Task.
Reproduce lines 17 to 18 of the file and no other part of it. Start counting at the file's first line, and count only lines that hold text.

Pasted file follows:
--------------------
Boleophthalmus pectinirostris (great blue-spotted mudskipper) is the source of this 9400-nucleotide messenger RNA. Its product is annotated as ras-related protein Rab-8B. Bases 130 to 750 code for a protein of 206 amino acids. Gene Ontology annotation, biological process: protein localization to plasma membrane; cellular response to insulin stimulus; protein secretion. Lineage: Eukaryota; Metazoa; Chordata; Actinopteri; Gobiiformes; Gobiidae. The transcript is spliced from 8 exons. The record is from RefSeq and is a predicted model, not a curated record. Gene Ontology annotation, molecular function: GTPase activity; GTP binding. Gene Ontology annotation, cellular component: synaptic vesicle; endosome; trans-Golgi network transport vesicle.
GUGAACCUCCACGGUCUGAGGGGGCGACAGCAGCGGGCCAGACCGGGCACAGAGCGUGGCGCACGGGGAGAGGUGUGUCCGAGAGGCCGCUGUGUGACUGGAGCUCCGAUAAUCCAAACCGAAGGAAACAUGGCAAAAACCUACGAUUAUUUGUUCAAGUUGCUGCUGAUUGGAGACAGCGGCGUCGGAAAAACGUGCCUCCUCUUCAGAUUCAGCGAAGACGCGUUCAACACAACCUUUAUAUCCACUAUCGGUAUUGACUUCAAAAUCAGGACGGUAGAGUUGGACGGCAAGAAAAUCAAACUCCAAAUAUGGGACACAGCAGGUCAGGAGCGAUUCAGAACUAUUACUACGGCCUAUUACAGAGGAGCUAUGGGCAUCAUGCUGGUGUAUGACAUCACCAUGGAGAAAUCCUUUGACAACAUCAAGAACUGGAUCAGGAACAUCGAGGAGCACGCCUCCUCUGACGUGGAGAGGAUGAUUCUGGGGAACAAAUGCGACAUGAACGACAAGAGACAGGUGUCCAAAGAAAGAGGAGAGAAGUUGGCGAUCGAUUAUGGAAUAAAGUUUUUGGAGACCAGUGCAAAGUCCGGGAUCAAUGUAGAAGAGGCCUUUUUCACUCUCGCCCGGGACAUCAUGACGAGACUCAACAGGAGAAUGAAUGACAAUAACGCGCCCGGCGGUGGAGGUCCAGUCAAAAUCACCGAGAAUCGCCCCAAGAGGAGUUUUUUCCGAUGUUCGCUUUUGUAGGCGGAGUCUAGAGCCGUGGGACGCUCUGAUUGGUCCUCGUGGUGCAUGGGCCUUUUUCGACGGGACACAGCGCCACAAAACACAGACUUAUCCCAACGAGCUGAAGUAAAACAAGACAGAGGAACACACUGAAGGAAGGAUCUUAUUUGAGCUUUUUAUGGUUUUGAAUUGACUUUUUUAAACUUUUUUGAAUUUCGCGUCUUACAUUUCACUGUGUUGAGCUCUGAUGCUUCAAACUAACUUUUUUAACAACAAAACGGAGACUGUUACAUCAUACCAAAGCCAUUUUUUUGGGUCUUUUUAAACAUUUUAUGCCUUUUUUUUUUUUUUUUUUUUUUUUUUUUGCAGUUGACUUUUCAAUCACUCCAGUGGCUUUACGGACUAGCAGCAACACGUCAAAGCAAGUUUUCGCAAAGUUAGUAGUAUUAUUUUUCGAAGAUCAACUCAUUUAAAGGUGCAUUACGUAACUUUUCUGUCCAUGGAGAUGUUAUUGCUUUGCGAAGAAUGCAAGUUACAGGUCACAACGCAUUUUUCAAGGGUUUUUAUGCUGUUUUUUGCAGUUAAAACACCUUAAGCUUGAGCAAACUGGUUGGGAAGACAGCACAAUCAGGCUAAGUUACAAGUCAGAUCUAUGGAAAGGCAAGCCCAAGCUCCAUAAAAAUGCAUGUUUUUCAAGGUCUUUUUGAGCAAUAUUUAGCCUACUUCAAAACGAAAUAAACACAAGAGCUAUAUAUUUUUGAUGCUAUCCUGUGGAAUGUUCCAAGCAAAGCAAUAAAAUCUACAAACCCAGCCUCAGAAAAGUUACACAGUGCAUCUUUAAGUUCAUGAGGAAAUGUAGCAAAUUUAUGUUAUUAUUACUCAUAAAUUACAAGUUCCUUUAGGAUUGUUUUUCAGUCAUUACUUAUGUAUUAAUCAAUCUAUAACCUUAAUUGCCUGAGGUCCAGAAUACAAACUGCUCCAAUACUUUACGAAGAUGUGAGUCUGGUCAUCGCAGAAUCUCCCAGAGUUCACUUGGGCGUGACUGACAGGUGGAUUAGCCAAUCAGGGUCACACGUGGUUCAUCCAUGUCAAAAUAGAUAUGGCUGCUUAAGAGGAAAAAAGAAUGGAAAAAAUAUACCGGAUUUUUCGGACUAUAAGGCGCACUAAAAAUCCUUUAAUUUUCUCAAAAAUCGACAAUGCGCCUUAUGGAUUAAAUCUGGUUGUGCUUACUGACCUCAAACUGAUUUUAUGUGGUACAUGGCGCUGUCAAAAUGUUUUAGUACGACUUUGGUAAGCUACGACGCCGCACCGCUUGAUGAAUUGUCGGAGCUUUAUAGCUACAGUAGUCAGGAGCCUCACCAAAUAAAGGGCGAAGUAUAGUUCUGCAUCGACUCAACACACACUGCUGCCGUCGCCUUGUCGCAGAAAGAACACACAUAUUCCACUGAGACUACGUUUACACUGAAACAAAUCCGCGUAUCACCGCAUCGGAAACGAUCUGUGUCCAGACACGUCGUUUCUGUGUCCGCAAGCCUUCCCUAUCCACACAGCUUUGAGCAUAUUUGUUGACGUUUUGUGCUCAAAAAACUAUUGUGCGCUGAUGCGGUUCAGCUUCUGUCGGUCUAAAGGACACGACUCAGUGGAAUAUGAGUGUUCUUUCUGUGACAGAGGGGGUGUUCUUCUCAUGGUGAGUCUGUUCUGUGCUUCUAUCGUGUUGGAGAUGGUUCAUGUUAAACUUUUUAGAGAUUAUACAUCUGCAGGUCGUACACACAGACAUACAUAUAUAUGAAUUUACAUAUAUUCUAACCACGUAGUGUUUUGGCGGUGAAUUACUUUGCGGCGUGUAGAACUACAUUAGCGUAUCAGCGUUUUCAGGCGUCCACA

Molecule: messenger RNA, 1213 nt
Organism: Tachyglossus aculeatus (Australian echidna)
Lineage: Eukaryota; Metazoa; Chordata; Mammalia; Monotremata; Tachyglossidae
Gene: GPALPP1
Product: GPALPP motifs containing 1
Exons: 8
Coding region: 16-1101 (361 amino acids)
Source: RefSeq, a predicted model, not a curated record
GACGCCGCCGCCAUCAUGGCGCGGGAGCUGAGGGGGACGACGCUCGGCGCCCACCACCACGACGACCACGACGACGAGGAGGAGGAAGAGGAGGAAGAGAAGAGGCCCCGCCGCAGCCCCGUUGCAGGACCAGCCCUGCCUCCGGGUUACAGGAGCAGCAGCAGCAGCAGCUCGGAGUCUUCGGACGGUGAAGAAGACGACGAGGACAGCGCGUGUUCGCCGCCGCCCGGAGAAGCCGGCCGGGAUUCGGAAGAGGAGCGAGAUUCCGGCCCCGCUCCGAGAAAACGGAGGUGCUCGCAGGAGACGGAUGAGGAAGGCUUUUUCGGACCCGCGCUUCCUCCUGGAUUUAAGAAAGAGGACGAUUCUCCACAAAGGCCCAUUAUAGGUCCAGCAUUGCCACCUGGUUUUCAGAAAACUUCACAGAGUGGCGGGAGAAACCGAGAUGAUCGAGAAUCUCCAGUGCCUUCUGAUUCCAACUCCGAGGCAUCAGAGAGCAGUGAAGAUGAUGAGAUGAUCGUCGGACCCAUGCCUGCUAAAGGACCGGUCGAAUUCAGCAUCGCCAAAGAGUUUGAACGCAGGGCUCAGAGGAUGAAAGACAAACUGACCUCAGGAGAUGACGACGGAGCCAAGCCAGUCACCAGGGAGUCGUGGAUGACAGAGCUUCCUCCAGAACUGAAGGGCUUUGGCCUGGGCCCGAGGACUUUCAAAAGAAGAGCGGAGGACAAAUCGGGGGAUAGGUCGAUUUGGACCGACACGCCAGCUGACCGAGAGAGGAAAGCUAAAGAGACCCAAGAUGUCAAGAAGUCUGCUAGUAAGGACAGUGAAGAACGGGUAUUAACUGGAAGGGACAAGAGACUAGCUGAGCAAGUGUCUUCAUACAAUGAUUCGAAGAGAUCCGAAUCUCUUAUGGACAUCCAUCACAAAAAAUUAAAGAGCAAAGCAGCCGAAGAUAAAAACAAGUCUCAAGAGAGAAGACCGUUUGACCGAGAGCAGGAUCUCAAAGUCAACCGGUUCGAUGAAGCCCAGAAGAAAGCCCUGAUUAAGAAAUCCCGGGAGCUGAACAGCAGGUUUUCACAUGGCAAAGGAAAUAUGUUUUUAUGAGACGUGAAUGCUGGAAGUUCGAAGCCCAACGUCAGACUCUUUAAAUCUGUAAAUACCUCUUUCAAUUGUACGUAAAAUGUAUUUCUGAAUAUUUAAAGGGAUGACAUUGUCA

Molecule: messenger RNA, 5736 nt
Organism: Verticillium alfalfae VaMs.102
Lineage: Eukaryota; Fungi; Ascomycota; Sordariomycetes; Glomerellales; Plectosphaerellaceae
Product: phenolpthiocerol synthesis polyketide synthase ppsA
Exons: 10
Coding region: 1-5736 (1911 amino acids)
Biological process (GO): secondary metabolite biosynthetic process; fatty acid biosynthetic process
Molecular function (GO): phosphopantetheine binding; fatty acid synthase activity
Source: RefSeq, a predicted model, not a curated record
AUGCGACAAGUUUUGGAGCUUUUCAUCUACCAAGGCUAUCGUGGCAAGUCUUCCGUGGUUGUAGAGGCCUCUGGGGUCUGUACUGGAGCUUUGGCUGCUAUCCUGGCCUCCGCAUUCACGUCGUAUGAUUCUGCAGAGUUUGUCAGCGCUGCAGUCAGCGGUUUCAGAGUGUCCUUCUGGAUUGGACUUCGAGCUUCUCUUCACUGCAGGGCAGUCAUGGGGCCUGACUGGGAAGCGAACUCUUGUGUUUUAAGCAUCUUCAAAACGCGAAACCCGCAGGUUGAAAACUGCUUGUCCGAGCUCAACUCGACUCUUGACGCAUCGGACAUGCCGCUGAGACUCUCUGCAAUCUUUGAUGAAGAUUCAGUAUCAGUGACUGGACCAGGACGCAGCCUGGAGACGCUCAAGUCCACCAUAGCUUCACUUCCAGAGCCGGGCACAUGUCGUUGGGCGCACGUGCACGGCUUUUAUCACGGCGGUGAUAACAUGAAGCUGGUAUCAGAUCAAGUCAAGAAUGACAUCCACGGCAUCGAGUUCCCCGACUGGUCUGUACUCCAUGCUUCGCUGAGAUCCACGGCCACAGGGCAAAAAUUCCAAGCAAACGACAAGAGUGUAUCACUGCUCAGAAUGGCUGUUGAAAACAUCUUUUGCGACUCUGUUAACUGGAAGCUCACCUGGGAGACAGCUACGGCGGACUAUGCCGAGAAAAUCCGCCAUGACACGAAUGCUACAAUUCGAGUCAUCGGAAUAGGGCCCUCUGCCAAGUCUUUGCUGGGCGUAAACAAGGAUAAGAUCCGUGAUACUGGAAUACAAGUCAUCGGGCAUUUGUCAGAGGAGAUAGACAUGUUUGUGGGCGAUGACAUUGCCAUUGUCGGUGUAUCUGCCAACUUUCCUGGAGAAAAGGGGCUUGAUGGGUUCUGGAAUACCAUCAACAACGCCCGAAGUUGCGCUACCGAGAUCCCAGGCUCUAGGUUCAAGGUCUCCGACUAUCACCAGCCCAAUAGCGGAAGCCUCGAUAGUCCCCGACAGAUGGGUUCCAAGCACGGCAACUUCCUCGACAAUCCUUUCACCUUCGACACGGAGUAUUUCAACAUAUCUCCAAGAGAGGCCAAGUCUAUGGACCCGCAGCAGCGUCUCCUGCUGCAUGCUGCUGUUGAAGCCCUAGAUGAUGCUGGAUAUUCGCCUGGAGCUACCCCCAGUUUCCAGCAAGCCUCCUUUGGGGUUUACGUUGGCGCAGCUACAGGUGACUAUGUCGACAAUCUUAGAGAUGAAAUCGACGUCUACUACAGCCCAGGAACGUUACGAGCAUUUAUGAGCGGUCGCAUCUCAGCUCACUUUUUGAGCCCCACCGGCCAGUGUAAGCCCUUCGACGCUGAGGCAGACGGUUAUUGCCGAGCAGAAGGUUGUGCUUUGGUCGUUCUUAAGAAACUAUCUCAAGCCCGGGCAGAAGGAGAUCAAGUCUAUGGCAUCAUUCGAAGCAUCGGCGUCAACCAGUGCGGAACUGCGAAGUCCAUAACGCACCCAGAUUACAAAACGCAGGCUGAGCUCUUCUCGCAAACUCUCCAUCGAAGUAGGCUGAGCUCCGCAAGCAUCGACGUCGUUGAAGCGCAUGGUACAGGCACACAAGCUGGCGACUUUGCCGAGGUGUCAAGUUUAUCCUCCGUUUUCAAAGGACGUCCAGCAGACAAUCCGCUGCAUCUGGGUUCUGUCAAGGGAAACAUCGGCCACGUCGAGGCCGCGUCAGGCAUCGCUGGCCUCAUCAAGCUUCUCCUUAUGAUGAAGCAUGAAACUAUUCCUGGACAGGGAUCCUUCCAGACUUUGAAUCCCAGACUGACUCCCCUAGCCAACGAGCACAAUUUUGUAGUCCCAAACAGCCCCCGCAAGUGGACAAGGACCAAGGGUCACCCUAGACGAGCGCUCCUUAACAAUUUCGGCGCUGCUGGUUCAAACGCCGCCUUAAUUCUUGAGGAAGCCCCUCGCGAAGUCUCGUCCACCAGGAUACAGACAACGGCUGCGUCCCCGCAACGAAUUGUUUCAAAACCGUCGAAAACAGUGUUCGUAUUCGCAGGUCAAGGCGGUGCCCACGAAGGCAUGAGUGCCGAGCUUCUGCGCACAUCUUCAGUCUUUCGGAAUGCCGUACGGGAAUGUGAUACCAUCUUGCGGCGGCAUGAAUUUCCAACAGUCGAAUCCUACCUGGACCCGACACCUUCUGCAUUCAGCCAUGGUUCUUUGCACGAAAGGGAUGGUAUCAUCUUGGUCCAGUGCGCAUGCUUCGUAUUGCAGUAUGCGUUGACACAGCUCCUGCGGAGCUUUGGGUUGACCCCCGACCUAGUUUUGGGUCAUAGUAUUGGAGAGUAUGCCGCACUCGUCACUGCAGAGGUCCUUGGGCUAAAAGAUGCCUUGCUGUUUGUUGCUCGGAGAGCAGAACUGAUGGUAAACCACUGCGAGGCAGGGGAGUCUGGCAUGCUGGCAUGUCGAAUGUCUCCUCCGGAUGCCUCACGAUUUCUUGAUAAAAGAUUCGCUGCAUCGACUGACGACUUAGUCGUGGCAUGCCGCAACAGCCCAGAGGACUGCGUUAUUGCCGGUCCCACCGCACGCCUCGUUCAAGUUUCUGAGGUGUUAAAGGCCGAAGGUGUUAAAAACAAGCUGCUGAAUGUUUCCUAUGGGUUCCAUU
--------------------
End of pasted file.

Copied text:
Coding region: 1-5736 (1911 amino acids)
Biological process (GO): secondary metabolite biosynthetic process; fatty acid biosynthetic process